The bullish momentum seen in February appears to have spilled over nicely thus far into March, but uncertainty lurks underneath the surface as made clear by investor positioning in defensive assets.
A closer look at ETF flows from the prior month reveals some key trends that are easily overlooked if we only consider the performance of the major averages.
Where Did the Money Go in February?
Investors took advantage of choppy conditions last month by increasing their exposure to defensive assets. Broadly speaking, equities saw outflows while bonds and commodities managed to attract money in February, bringing hope to some beaten down names and profit-taking pressures onto others.
The top gainers in terms of assets for the month of February were concentrated in low-risk corners of the market. Continued uncertainty over China’s growth prospects and prolonged weakness in Europe remain big question marks for investors to swallow amid a shifting Fed policy at home.
Recession talks, mixed earnings, and a generally muted growth outlook prompted inflows for risk-off names:
Some of the biggest losers for the month included:
- Biotechnology (FBT ).
- Japan Hedged Equity (DXJ ).
- Financial Select SPDR (XLF ).
- MSCI Eurozone (EZU ).
The key takeaway from February’s flows data is that investors are playing defense in light of fragile macro conditions.
What’s the Bigger Trend?
Looking at one month of flows data and attempting to draw meaningful conclusions from it is like trying to describe a movie to someone using only a single frame of reference. It’s not going to work well, let alone consistently.
Because fund flows data tend to be more erratic in terms of month-to-month volatility, for simplicity’s sake, it may be helpful to consider the bigger trend at hand by looking at returns over a longer time frame.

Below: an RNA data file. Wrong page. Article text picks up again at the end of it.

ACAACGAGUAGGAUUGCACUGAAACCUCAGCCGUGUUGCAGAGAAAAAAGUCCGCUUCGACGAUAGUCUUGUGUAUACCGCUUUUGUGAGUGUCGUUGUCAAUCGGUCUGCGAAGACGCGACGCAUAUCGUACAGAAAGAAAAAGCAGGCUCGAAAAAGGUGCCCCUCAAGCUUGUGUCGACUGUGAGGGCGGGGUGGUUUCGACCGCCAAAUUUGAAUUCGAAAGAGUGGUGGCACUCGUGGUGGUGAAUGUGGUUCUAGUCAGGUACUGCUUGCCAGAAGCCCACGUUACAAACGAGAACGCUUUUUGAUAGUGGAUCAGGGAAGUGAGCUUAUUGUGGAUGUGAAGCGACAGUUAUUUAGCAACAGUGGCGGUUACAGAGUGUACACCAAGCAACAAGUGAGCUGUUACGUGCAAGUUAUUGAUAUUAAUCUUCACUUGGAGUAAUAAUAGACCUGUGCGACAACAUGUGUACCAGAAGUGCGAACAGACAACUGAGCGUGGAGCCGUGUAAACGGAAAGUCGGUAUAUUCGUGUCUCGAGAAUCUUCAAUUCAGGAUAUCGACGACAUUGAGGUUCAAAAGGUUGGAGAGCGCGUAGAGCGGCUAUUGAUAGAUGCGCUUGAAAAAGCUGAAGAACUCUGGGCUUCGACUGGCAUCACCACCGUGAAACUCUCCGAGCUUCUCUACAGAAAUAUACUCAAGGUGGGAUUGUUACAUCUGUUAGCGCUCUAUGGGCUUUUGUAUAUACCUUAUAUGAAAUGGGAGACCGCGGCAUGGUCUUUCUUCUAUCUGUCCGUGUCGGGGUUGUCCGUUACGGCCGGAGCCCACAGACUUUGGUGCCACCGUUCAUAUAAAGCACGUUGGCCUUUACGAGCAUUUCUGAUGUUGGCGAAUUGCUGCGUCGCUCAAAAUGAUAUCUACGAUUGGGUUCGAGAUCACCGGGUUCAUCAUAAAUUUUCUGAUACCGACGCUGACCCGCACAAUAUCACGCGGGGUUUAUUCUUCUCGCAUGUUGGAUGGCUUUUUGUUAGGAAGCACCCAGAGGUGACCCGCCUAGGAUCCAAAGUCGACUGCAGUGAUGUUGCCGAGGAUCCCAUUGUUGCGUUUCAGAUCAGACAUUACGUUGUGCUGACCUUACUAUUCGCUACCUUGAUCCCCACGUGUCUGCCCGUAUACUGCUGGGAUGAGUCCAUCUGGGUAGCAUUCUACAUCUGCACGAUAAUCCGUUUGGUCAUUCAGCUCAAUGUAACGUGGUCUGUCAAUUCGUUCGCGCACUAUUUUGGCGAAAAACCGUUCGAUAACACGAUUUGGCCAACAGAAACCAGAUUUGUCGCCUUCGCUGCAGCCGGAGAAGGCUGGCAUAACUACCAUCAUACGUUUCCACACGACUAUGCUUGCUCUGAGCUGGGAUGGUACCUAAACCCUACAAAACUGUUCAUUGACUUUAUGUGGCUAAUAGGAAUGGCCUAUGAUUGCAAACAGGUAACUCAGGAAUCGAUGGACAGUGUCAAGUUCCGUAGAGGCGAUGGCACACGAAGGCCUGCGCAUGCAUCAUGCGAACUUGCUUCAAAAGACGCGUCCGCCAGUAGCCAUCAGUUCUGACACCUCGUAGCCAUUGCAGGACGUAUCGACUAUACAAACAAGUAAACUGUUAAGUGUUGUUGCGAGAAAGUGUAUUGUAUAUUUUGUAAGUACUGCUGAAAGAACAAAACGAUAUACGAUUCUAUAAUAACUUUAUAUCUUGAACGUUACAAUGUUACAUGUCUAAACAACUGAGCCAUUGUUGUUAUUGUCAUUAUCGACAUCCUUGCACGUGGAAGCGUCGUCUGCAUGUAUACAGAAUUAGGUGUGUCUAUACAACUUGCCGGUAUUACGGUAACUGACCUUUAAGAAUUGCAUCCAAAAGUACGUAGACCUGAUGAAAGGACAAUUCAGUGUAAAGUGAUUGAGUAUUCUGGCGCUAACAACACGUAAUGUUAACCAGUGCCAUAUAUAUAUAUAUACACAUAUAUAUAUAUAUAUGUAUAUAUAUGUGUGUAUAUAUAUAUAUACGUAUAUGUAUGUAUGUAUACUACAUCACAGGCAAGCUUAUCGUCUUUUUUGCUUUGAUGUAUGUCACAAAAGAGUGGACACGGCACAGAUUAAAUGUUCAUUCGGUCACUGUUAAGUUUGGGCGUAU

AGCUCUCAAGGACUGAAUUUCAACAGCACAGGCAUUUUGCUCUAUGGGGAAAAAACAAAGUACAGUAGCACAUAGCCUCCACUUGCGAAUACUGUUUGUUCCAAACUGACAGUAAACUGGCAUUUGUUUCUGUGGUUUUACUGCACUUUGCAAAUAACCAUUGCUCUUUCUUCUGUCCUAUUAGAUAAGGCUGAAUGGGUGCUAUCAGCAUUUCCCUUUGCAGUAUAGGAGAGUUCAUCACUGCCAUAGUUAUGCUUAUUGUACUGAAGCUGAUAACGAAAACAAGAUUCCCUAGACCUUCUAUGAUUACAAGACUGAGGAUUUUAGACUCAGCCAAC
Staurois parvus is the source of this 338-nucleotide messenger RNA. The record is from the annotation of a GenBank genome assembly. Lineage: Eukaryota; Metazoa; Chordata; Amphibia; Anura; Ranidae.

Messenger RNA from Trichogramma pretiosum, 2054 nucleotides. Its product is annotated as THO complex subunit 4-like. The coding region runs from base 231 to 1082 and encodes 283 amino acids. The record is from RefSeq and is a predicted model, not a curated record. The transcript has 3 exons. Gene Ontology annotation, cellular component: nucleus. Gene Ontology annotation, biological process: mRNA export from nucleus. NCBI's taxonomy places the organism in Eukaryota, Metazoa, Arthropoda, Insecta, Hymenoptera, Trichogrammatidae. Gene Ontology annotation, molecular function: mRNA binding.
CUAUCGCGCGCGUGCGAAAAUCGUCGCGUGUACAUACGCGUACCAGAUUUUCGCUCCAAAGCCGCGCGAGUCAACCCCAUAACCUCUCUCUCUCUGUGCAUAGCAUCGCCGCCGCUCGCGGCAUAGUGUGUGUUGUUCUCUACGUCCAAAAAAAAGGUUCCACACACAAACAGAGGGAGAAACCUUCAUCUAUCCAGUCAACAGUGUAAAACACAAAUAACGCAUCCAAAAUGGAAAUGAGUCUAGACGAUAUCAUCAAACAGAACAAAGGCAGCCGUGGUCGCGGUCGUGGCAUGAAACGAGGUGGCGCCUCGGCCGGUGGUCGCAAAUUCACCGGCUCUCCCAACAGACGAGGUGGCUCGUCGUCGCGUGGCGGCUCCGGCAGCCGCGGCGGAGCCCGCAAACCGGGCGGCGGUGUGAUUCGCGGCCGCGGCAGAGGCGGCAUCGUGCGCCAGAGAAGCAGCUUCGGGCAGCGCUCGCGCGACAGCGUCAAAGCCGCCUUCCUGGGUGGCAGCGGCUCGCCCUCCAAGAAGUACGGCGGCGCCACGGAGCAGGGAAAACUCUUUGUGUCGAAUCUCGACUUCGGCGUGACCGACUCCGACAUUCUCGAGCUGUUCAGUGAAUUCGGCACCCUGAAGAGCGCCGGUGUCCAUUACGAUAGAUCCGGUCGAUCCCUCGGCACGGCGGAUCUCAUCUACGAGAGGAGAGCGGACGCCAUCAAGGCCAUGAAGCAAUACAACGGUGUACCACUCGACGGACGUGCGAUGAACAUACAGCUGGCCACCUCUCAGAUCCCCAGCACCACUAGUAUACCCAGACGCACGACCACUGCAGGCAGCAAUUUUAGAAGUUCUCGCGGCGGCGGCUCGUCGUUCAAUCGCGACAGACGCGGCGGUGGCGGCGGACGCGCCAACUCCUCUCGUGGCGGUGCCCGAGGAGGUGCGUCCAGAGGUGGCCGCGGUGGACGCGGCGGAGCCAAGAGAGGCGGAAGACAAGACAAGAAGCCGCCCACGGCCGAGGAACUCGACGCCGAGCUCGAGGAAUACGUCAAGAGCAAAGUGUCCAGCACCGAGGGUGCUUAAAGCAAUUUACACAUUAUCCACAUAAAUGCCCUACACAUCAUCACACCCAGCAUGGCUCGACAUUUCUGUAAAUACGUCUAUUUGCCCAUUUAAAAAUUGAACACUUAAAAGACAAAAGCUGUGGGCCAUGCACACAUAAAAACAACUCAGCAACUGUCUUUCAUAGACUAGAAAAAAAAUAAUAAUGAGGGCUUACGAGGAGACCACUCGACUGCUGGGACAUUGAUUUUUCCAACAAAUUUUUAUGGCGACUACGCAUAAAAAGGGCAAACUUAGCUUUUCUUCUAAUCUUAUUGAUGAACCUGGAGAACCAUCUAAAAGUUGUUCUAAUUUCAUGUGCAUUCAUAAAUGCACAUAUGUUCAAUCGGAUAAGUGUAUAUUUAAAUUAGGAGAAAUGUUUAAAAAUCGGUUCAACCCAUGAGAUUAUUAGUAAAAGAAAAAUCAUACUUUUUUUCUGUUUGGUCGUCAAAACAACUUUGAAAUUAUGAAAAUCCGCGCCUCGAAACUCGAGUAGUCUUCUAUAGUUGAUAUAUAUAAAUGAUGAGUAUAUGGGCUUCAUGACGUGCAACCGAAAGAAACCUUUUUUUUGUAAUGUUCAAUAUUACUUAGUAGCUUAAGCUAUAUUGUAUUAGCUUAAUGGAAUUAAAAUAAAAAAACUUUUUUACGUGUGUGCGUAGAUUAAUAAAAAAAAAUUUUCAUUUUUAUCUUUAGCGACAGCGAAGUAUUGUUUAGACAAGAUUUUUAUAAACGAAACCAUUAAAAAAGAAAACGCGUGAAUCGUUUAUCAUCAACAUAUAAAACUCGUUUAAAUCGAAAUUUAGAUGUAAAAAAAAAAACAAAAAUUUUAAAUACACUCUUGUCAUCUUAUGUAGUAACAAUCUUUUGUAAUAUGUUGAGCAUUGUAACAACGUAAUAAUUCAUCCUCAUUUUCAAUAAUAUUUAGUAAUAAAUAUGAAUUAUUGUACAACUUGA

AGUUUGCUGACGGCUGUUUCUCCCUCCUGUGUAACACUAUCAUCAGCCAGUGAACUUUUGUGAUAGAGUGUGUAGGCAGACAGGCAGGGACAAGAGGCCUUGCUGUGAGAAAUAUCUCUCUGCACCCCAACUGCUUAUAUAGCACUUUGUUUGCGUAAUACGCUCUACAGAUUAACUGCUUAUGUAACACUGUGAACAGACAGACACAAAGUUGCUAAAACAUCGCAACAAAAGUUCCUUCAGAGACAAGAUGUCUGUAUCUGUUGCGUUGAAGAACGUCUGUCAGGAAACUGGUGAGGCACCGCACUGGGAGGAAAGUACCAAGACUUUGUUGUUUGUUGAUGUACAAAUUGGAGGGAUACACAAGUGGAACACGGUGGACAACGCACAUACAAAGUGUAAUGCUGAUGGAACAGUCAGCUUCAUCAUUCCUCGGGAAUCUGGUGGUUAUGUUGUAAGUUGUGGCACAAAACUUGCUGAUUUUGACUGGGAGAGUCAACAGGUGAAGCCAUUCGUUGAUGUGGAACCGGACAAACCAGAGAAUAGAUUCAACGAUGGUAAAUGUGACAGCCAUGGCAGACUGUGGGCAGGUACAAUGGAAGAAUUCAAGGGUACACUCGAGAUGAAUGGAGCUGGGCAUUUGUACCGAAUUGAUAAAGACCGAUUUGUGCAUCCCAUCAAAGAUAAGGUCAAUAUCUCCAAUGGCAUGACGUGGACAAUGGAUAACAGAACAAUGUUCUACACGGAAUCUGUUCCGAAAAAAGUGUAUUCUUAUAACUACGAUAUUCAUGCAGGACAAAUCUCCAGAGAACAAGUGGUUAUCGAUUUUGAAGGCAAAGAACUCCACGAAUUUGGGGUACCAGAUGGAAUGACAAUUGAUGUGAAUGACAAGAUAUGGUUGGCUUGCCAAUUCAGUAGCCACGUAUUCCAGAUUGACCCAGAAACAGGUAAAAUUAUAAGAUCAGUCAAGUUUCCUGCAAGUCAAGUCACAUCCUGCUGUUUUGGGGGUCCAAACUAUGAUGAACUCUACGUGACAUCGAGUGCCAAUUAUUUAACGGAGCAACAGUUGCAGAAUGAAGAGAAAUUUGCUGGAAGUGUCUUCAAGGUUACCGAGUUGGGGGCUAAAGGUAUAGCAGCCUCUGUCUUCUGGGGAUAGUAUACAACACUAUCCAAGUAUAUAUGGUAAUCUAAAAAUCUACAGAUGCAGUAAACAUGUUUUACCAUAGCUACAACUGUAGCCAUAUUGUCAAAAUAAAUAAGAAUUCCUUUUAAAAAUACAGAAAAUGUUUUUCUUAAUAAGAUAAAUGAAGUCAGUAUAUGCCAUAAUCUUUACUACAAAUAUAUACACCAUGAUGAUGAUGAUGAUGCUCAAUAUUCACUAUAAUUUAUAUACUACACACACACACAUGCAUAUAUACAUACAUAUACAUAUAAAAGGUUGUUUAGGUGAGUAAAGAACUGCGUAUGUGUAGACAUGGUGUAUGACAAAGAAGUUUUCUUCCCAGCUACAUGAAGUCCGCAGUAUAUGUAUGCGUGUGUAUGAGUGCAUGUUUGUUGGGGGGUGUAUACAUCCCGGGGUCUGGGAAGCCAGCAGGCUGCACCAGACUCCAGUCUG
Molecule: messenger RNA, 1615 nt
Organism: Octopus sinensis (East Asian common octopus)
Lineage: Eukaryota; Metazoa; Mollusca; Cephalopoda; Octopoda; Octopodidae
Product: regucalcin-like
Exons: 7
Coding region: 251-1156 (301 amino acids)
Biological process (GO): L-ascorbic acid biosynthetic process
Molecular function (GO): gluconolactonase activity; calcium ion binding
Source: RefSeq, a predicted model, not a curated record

Consider the heatmap below, courtesy of FinViz, which spans the ETF universe over the trailing one-year period (returns as of 3/8/16):
The key takeaways here are as follows:
- Utilities (XLU ) have been outperforming for a while, so February’s spike in flows isn’t anything new trendwise.
- Consumer staples (XLP ) is another market leader with a defensive profile on the sector level.
- Gold (GLD ) and related miners (GLD ) and (GDXJ ) have been running higher all year on growing safe haven demand and dirt cheap valuations, respectively.
- Long-term Treasuries (TLT ) are another name that was also green in February in terms of flows.
Ultimately, many of the highlights from February’s flows data have seen trends that are already in play, so to speak. The long-term picture, highlighted via the heatmap, and short-term direction, highlighted by the February flows data, both point to a bullish trend for the ETFs highlighted above.
Ways to Play
Investors have a plethora of options when it comes to choosing a best fit ETF for their objective. For starters, there are more than a few alternatives available when it comes to accessing each and every one of the assets mentioned:
When looking at the latest quarterly earnings results, investors may want to focus on the two strongest corners of the market:
Given that February flows point to some trends that have already been in play, it may be prudent to approach these “continuation plays” with caution. For starters, consider scaling into the aforementioned securities, whether it’s in defensive sectors or gold-related ETFs, rather than going all in.
The Bottom Line
While the uptrends at hand are likely to persist, this fragile environment is not conducive to making outsized bets in either direction. Remember that flows data is sometimes interpreted as a contrarian sign, meaning that the recent flight to safety in the market could be a sign that some safe-haven assets may actually be topping out soon when we consider they have already outperformed for the past year.
No matter the case, keep in mind that price is the best indicator.
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